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View Full Version : Imagine for a moment that it was a GM CEO in Washington yesterday



Nicholas Scheuer
04-28-2010, 07:21 AM
And one of the membes on the Panel asked the CEO whether he felt "any obligation at all" to sell a customer a sound automobile for their money, and the CEO anseered, "no, we are marketing a product, and is up to the buyer to determine whether our product meets their needs".

We've heard a lot about Business Schools teaching courses in "ethics" over the last couple of decades. It sounds to me as if the Business Schools, starting with Harvard, have no f---k-g idea what the word "ethics" means. The students do have to earn a passing grade, do they not?

It's why I have no respect for MBA degrees.

Moby Nick

delecta
04-28-2010, 07:40 AM
I think your problem is that you have no understanding of what GS did. They wern't selling this product to moms and dads but to sophisticated investors.

You had one greedy bunch selling a product to another greedy bunch and one went home crying and the other laughing. This was a high risk/high reward investment that they took a gamble on and lost.

But lets not miss an opportunity to bash wall street. On a brighter note, you must be truly pissed at what a good job BO did in helping out all his buddies on the street. :D

paladin
04-28-2010, 07:46 AM
and last night a CEO at GM went on teevee telling the world that GM repaid their loan with interest 5 years early and we should trust them and buy their vehicles.

OconeePirate
04-28-2010, 08:25 AM
and last night a CEO at GM went on teevee telling the world that GM repaid their loan with interest 5 years early and we should trust them and buy their vehicles.

Not just trust them, trust them again, as if they've been around for more than 2 years. According to the letter I got from the company I bought stock in this new "GM" is a 100% new entity. There is no company history prior to the government loan/buyout/handout BS therefor no previous trust to justify him asking me to trust again.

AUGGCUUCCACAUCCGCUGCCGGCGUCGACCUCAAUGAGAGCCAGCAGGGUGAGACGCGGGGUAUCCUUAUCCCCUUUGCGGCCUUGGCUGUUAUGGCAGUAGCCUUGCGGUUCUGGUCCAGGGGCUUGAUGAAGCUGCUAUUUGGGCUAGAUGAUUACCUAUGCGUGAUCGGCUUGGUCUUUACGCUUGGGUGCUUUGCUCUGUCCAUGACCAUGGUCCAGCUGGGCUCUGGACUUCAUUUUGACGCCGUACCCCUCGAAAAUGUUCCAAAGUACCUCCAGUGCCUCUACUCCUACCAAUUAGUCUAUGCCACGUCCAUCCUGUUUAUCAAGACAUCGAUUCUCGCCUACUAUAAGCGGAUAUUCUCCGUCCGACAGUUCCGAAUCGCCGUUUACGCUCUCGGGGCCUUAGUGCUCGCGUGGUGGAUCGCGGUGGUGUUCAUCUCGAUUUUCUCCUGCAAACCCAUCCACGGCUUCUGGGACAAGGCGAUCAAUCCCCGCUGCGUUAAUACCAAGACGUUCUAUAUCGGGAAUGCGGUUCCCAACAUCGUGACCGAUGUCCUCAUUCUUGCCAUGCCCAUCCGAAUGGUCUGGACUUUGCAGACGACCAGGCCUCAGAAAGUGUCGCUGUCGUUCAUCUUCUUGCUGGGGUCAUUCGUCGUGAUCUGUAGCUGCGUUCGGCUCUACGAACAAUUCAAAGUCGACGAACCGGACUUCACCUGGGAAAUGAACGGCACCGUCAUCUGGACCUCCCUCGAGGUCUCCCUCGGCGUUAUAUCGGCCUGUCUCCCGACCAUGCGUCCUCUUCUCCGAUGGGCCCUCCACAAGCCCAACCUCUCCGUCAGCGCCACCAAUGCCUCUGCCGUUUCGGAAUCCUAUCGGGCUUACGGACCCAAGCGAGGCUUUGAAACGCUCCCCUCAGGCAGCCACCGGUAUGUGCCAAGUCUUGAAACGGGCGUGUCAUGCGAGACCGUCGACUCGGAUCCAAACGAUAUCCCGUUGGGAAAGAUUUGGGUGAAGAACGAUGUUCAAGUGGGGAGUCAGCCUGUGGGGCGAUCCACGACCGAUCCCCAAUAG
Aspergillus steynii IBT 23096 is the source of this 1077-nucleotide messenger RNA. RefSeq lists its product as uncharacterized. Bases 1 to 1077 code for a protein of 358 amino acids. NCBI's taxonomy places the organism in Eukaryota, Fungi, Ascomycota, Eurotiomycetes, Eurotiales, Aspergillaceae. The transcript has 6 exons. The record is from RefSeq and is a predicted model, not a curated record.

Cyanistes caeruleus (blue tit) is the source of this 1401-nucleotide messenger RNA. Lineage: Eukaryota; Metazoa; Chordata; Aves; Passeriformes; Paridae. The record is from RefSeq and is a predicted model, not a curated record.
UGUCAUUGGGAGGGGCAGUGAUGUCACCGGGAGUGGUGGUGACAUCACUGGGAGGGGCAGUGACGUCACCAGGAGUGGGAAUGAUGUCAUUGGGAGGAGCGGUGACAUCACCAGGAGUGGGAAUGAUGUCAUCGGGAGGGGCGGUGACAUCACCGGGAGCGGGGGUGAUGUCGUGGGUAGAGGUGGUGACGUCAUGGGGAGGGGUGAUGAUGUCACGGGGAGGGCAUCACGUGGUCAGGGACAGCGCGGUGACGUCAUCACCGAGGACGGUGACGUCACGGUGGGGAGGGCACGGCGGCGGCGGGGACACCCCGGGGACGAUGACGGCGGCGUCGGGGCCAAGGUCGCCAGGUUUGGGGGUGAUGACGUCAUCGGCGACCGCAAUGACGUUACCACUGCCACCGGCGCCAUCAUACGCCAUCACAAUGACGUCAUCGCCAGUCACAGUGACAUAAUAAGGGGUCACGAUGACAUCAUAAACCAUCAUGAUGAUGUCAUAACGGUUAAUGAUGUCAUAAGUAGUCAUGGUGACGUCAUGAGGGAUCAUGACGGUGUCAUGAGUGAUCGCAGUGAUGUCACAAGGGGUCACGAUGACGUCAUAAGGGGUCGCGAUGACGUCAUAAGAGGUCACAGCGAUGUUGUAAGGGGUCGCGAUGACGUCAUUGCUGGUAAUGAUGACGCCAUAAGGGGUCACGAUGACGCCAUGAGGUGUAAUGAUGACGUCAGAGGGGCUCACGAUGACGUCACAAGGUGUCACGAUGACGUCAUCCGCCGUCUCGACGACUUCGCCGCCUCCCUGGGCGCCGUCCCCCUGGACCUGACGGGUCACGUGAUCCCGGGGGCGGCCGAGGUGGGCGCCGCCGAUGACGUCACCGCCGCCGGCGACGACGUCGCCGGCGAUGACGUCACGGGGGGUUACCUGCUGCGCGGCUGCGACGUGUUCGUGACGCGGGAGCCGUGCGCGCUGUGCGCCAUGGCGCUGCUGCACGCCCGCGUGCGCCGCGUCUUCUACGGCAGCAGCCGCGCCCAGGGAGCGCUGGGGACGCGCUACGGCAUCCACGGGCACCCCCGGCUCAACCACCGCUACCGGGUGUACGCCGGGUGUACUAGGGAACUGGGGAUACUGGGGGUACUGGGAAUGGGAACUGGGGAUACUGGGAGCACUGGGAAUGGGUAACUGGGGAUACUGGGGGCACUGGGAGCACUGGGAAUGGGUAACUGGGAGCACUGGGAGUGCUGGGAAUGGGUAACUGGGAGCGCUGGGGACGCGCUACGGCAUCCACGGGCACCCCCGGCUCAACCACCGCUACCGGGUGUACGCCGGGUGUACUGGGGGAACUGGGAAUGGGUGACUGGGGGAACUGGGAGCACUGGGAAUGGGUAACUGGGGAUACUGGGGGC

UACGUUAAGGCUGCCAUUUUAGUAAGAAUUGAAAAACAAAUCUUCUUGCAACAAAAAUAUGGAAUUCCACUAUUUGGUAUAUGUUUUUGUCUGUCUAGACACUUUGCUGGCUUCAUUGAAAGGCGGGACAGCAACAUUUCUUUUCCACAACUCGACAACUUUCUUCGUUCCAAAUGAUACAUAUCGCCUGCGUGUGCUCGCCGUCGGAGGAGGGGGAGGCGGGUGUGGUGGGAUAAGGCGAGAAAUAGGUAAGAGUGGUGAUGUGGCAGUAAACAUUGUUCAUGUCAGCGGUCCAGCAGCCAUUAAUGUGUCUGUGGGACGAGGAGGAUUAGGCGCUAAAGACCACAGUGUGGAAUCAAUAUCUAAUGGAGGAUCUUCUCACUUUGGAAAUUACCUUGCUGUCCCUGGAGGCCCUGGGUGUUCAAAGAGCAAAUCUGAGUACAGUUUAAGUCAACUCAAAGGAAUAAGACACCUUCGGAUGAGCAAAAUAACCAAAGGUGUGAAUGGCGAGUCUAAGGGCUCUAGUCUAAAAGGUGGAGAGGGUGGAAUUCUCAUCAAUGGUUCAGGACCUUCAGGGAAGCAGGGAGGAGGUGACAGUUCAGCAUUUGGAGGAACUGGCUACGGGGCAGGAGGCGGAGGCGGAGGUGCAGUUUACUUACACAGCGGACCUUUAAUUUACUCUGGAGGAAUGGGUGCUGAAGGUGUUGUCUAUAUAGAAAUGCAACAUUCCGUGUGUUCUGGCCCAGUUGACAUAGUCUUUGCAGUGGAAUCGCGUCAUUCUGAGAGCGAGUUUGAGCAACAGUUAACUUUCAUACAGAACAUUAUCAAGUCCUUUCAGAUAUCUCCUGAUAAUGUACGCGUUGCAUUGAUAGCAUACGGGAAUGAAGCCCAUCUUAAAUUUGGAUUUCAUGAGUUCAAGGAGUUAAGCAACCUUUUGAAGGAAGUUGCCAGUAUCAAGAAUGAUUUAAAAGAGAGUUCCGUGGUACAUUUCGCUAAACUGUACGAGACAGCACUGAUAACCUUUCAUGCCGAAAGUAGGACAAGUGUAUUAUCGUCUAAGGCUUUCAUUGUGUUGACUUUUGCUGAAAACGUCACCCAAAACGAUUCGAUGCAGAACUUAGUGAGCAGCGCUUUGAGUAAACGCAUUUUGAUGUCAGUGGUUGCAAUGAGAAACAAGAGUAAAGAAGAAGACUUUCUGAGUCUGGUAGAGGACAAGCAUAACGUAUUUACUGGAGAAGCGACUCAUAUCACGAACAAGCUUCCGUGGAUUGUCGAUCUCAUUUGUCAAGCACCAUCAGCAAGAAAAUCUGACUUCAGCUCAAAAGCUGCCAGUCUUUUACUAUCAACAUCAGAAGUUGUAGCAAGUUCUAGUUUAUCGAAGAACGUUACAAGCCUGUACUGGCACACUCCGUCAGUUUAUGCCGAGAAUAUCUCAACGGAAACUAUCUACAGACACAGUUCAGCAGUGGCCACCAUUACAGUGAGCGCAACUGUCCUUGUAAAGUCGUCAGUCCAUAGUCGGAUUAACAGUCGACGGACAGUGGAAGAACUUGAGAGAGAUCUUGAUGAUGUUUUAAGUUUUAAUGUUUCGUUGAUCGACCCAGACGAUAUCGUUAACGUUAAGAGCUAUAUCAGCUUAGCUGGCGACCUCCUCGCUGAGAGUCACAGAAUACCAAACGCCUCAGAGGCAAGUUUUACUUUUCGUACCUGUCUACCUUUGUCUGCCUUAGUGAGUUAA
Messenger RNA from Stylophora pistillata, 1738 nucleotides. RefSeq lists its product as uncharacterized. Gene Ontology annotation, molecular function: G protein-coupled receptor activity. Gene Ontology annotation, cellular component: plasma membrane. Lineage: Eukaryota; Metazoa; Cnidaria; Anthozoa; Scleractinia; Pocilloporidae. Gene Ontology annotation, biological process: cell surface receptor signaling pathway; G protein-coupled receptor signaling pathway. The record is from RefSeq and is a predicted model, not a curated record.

Nicholas Scheuer
04-28-2010, 08:52 AM
Who the "customer" was is beside the point, delecta. They WRECKED the World's economy and thousands of "moms and dads lost their life savings.

But, of course, you missed my point, delecta.

One thing sure, I'm a hell of a lot happier with Obama than I would be with the AH you probably voted for.

Moby Nick

RonW
04-28-2010, 09:42 AM
Well I for one will give the goldman sach boys a lot of credit.

Could you image how tough it was sitting there trying to maintain your composure with a striaght face.

When it seems as if it was only yesterday that the same IDIOTS were in their office begging for money..

Just a dog and pony show for the public.

I know I feel a lot safer...and avenged..

john l
04-28-2010, 10:40 AM
and have you forgotten who was beggin for money 18 months ago?

Kaa
04-28-2010, 10:54 AM
The most striking thing about today’s big Senate subcommittee hearing on the role of investment banks in the financial crisis has not been the testimony of the Goldman Sachs traders and managing directors, but rather the opening statement of Senator Carl Levin, the subcommittee’s chair. Levin’s basic argument—which he made over the weekend when he released four e-mails from Goldman employees showing that the company had shorted the U.S. housing market in 2007—is that it’s an illegitimate conflict of interest for an investment bank to ever sell a product that it thinks will lose value. More than that, Levin also implicitly suggested that there was something wrong per se with betting that the housing market would crash, suggesting that while it’s good to make money from good things happening, it’s nefarious to put yourself in a position to make money when bad things happen.(http://www.newyorker.com/online/blogs/jamessurowiecki/2010/04/the-goldman-hearings-levin-vs-wall-street.html)

Kaa

John of Phoenix
04-28-2010, 11:16 AM
I think your problem is that you have no understanding of what GS did. They wern't selling this product to moms and dads but to sophisticated investors.

You had one greedy bunch selling a product to another greedy bunch and one went home crying and the other laughing. This was a high risk/high reward investment that they took a gamble on and lost.
And you better believe the loosing greedy bastards are looking get even with Goldman for the billion dollar screwing they got.

It's all about trust and those guys stammering out half-assed answers wiped it all out. Then Blankfien stepped up and dazzled absolutely no one.

Anthony Zucker
04-28-2010, 11:42 AM
If it was the GM CEO in Washington yesterday Sen. Levin would have been seen licking their shoes. Old or new, GM has owned him for decades, and his wife.

Notice how quiet Sen Schumer of NY is about the Goldman Sachs scandal.

That's what's wrong with our system, and I dont know a cure.

paladin
04-28-2010, 11:55 AM
Hang a few and it may get their attention.

ahp
04-28-2010, 08:10 PM
When power is abused, power is curtailed. It may take a while, and lot of people get hurt that don't deserve it. Historically power is curtailed by legislation, litigation, revolution, a bullet, a noose, or perhaps a guillotine, but sooner or later it happens.